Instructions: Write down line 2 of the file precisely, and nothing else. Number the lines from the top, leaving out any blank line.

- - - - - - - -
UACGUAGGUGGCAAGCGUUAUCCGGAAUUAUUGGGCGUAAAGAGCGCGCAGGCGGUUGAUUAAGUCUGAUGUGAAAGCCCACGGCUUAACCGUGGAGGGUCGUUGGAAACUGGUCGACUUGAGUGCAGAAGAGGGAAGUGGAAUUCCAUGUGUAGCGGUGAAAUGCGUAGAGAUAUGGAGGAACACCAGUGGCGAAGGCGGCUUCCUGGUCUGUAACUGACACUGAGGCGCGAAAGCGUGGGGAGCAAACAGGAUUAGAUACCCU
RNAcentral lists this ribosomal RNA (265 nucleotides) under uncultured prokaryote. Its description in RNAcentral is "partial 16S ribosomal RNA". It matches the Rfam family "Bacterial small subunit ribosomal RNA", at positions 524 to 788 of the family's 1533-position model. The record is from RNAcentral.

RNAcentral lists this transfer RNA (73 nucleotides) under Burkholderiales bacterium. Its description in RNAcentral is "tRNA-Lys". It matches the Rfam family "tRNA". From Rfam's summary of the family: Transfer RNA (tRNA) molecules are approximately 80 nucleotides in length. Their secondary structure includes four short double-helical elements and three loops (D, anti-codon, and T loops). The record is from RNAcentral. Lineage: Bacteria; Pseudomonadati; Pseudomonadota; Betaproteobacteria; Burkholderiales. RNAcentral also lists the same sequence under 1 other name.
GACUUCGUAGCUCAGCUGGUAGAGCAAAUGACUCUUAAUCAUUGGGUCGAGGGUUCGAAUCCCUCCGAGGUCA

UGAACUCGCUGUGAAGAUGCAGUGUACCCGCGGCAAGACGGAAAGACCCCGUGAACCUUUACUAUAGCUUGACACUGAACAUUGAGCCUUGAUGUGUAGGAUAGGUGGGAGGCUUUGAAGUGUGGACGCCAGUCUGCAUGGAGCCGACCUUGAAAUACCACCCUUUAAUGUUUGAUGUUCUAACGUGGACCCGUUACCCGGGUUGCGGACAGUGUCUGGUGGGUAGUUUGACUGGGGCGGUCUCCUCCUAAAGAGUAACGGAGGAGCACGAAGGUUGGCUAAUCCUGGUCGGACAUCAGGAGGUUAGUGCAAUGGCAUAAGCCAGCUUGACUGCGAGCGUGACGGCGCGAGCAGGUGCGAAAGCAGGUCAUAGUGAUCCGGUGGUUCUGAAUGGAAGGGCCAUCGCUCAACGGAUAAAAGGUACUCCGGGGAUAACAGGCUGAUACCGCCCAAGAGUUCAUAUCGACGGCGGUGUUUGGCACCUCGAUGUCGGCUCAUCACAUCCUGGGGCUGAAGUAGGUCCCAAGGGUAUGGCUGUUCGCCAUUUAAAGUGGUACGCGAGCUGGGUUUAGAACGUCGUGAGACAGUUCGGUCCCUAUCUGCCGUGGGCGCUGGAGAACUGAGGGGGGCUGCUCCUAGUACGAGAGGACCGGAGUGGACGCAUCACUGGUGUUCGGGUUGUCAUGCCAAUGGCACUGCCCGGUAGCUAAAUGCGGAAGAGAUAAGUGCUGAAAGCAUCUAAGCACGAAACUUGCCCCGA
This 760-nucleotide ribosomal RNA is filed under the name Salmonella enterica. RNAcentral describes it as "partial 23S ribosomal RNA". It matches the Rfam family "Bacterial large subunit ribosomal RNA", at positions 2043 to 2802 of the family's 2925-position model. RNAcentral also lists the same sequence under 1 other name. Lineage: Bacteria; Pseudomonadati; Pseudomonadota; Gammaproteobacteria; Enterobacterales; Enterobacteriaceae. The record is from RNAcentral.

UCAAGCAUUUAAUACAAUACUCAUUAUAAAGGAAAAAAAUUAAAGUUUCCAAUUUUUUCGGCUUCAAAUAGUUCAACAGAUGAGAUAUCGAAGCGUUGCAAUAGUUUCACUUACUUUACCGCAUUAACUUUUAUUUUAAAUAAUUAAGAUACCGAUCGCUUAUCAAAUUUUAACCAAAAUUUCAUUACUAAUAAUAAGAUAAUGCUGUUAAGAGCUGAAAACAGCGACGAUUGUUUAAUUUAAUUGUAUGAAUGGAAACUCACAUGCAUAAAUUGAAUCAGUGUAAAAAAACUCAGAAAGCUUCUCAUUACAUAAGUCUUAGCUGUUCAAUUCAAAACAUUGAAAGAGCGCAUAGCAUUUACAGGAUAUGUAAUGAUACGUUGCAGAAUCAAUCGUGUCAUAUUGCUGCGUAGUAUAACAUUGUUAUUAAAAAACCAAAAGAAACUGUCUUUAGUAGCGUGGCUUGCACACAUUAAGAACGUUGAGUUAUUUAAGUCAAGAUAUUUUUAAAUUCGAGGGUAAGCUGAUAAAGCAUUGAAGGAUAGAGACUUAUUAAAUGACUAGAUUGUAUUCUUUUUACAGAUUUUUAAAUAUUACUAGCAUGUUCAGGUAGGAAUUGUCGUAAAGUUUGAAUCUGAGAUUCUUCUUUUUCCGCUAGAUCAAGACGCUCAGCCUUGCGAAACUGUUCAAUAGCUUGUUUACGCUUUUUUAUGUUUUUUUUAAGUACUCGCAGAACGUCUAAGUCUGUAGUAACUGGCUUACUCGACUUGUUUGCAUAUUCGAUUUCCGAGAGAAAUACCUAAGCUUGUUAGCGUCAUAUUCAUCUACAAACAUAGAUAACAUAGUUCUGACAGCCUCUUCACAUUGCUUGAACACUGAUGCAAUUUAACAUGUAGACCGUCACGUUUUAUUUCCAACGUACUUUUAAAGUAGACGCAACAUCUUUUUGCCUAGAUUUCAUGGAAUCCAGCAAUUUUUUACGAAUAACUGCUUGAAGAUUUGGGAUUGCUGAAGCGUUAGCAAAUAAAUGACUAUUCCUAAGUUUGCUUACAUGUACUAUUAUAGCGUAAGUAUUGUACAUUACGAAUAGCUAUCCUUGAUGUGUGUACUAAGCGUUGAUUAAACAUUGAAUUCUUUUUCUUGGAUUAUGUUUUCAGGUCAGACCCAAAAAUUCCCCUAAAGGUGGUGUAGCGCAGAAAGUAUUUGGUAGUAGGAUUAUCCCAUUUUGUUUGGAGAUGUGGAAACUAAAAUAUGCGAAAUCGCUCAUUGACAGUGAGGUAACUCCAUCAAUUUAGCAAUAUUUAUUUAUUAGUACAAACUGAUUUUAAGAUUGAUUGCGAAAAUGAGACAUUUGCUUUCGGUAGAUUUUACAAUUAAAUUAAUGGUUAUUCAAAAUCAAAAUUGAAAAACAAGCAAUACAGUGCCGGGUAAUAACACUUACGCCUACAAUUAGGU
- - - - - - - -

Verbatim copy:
RNAcentral lists this ribosomal RNA (265 nucleotides) under uncultured prokaryote. Its description in RNAcentral is "partial 16S ribosomal RNA". It matches the Rfam family "Bacterial small subunit ribosomal RNA", at positions 524 to 788 of the family's 1533-position model. The record is from RNAcentral.